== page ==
Tea party favorite Sen. Ted Cruz, R-Texas, plans to take another run at restraining the Internal Revenue Service (IRS) from targeting political enemies by introducing two new bills which were squelched by the Democrat-dominated Senate last year.
However, this year, under a Republican Senate, Cruz believes the bills have a better chance at passage.
"We should all agree the IRS should not be used as a tool for partisan warfare," Cruz said on his website.
"In May, 2013, President Obama declared the IRS’s illegal targeting of conservative groups 'intolerable and inexcusable,'" Cruz wrote, "yet to this date no one has been held accountable for it.
"The IRS has no business meddling with the First Amendment rights of Americans. Rather than further stifling free speech, the IRS and the Department of Justice should provide the American people with all the facts surrounding the IRS’s targeting of certain organizations based on their political activity."
One bill, co-sponsored
by Sen. Roy Blunt, R-Mo., would forbid the IRS to "willfully act, with the intent to injure, oppress, threaten, intimidate or single out and subject to undue scrutiny for purposes of harassment" any person or organization "based solely or primarily on the political, economic or social positions held" and calls for a fine, up to a 10-year prison sentence or both.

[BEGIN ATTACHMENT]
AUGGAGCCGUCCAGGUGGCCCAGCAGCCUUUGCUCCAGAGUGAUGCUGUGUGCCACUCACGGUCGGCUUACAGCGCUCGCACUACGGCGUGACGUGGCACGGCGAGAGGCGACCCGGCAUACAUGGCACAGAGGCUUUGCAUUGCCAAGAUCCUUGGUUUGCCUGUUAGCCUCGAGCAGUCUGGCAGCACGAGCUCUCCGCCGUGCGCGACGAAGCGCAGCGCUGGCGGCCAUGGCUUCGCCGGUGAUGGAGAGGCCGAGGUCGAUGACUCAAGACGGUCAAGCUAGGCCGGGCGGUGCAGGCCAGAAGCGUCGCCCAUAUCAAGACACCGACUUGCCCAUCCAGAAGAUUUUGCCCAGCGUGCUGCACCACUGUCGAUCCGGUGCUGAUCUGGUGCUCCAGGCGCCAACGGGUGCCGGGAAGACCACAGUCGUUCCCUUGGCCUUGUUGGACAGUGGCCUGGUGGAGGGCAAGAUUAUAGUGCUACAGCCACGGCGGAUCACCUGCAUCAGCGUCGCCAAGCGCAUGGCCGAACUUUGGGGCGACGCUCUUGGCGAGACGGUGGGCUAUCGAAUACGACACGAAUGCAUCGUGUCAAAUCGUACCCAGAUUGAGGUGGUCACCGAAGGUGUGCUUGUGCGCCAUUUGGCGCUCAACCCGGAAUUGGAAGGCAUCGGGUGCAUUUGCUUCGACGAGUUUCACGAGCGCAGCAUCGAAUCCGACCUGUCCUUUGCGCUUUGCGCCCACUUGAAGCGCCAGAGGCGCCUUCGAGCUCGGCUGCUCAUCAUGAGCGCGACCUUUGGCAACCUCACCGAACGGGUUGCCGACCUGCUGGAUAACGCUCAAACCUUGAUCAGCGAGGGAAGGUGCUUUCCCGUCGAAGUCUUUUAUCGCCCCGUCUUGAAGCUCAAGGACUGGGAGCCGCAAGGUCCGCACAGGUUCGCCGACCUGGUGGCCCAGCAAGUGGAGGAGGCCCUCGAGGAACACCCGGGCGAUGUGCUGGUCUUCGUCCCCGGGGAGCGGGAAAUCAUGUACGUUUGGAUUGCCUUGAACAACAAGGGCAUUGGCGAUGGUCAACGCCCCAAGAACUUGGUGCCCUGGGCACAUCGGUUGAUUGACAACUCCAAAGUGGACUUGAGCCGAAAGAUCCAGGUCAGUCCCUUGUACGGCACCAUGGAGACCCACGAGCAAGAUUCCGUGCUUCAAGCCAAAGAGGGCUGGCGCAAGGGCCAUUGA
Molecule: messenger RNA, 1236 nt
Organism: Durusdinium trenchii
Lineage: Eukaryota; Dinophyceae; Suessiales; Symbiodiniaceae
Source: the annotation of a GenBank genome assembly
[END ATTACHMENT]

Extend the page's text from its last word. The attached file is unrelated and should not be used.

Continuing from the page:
The second bill
would amend the tax code to "prohibit the Department of the Treasury from assigning tax statuses to organizations based on their political beliefs and activities" and turn that power over to the Federal Election Commission.
The FEC would "determine whether an organization is engaging in political activity, rather than allowing the IRS to continue making that distinction. The IRS should focus on taxation, not on determining what constitutes political activity," Cruz wrote.
Both bills also will be co-sponsored by Sen. Chuck Grassley, R-Iowa, Sen. James Inhofe, R-Okla., and Sen. David Vitter, R-La., Hot Air reports.
Cruz also noted that he plans to bring the issues up in confirmation hearings for President Obama's nominee for Attorney General, Loretta Lynch. "I look forward to Ms. Lynch’s responses to these very important issues at her upcoming confirmation hearings," Cruz noted.
The bills come as Republicans in Congress unveiled new legislation to block the IRS from changing guidelines for tax-exempt status for organizations until the end of 2017, introduced by Rep. Paul Ryan, R-Wis., chairman of the House Ways and Means Committee, The Hill reports.
The bill will be introduced in the Senate by Sens. Jeff Flake, R-Az., and Pat Roberts, R-Kan., The Hill notes.
"Everyone deserves a fair standard fairly applied, and for too long, the IRS has targeted people because of their political beliefs. This bill will send a clear message. We won’t tolerate the agency’s shenanigans," Ryan said, The Hill reported.
Investigations into the IRS targeting of the tea-party-affiliated groups are ongoing.
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